If they are a SCITT student with extensive experience (e.g. in a former school we had a SCITT who was a long standing TA and HLTA in school) then it could work if they have a mentor in school who can help them and nurture them.

But, and this is massive, THEY have to learn to plan. If they're just delivering your planning then they are not learning to teach, they are a glorified cover supervisor.

If they are inexperienced, no mentor etc then I'd be looking for a new job. Either the school can't get a decent candidate (which isn't their fault always but could be), or they won't pay for a decent candidate (in which case that's their priorities clear).

noblegiraffe Sat 01-Jul-17 20:31:32

You need training to be able to mentor a student otherwise you won't know what you're meant to be doing. It also makes no sense for you to mentor them if you won't be there on the days they are teaching your class.

Them being a trainee could be ok, if they're properly trained. You training them is not.

phlebasconsidered Sat 01-Jul-17 22:08:22

Thanks for responding. You are all socialising my own concerns. I cannot mentor, it's daft! I couldn't do a good job and I would feel unprofessional.

I'm worried for my class. I just feel that it all needs to be so much more transparent and so much more professionally managed. The problem isn't with the trainee per se but with the way it's been implemented in such a rushed way. It's making me dread September, particularly as they are a tough class.

samlovesdilys Sat 01-Jul-17 22:16:45

Please inform the scitt provider /subject lead. We would not allow this...it is incredibly unfair on the student, you and the kids...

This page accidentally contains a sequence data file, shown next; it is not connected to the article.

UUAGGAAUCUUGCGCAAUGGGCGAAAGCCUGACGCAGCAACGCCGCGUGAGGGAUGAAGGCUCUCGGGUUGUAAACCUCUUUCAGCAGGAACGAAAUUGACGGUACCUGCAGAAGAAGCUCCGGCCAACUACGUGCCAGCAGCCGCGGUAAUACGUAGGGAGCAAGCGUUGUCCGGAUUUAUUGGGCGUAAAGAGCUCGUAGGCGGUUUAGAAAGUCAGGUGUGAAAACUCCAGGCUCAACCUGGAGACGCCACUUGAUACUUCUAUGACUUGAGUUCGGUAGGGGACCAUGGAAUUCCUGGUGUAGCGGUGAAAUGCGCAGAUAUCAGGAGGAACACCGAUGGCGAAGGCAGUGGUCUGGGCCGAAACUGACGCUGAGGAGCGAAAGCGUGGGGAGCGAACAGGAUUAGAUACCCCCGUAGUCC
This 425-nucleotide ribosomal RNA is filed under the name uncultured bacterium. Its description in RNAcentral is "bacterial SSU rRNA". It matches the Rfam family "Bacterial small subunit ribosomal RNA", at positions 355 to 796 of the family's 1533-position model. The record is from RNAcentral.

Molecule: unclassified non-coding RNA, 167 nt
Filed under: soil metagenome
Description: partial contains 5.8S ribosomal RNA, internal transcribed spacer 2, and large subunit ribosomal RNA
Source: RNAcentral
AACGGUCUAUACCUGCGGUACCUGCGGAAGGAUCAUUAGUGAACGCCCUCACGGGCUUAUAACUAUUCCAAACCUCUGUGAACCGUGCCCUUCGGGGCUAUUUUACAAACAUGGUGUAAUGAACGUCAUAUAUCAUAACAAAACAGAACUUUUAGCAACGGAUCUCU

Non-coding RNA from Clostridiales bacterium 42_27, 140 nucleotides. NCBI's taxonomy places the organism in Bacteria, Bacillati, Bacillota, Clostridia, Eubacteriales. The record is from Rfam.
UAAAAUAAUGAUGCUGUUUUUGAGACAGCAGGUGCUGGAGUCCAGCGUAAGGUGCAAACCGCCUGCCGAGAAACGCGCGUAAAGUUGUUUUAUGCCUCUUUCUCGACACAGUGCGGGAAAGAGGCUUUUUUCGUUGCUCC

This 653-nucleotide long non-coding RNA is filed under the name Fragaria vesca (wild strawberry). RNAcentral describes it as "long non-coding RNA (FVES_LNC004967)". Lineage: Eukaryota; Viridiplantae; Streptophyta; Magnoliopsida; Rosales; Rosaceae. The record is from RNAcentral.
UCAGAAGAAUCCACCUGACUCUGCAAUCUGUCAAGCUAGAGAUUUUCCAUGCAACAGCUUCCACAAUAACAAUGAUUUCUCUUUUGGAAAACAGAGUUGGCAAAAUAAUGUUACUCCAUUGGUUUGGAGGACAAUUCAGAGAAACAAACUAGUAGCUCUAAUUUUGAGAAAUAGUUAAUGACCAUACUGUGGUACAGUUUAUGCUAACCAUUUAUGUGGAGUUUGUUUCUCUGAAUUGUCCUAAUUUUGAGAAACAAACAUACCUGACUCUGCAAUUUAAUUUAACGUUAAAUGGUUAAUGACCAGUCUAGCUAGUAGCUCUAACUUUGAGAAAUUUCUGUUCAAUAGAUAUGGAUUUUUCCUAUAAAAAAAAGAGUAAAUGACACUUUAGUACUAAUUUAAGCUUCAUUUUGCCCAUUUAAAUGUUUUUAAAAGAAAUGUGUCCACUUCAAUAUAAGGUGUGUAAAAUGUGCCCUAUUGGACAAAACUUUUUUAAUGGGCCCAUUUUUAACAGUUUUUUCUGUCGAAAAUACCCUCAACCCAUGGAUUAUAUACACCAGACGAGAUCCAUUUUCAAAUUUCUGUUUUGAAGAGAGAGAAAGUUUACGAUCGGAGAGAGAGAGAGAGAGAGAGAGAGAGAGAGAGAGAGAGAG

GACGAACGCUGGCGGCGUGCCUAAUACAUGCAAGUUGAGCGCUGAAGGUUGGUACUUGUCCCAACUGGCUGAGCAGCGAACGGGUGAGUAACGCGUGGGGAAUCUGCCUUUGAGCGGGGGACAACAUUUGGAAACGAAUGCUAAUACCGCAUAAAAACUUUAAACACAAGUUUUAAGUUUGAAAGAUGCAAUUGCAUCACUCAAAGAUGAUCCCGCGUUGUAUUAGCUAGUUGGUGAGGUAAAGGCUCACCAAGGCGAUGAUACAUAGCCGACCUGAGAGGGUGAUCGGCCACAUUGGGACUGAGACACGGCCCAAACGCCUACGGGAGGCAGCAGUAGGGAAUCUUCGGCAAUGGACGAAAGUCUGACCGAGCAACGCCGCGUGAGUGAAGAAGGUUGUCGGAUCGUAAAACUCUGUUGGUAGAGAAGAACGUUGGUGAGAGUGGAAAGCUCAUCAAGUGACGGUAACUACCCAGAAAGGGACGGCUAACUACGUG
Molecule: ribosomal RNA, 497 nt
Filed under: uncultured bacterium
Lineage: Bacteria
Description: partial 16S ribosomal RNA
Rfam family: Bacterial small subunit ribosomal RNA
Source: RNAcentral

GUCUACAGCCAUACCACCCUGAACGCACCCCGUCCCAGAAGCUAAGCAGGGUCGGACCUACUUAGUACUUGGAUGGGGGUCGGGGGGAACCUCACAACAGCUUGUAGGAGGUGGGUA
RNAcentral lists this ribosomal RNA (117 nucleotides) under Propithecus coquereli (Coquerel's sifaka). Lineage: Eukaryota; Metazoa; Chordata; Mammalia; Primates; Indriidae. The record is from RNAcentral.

LandofTute Sun 02-Jul-17 15:33:12

Didn't want to start a new thread as it might be identifying, but what do people think about a cover supervisor as a full time form tutor? Ds will have that from October of Year 9. Up til now he has had a teacher for three days and a Cover Supervisor for two days so the CS knows the class. I got the impression the teacher was good at the role/firmly in charge. The CS sounds fine too but i don't know what she'd be like taking on full responsibility for the class. Year 9 can be tricky and I'm wondering if they might go off the rails a bit. Or might it be fine?

LandofTute Sun 02-Jul-17 15:38:50

PS. No year heads, house heads instead, comp.

noblegiraffe Sun 02-Jul-17 15:53:42

What does the tutor have to do? Check uniform? Take them to assembly? Maybe do report cards and follow up on attendance? TBH I don't think it needs a subject teacher in that role.

LandofTute Sun 02-Jul-17 16:12:39

Oh good. I got the impression she sort of oversaw discipline in all lessons a bit (maybe because they don't have year heads.) Maybe it'll be ok though.

noblegiraffe Sun 02-Jul-17 16:16:05

Head of House usually performs the same role as a Head of Year.

LandofTute Sun 02-Jul-17 16:16:49

I know she dealt with bullying when it came up in the class.

LandofTute Sun 02-Jul-17 16:17:06

Ok. Thanks

LandofTute Sun 02-Jul-17 16:19:19

Your reaction is reassuring.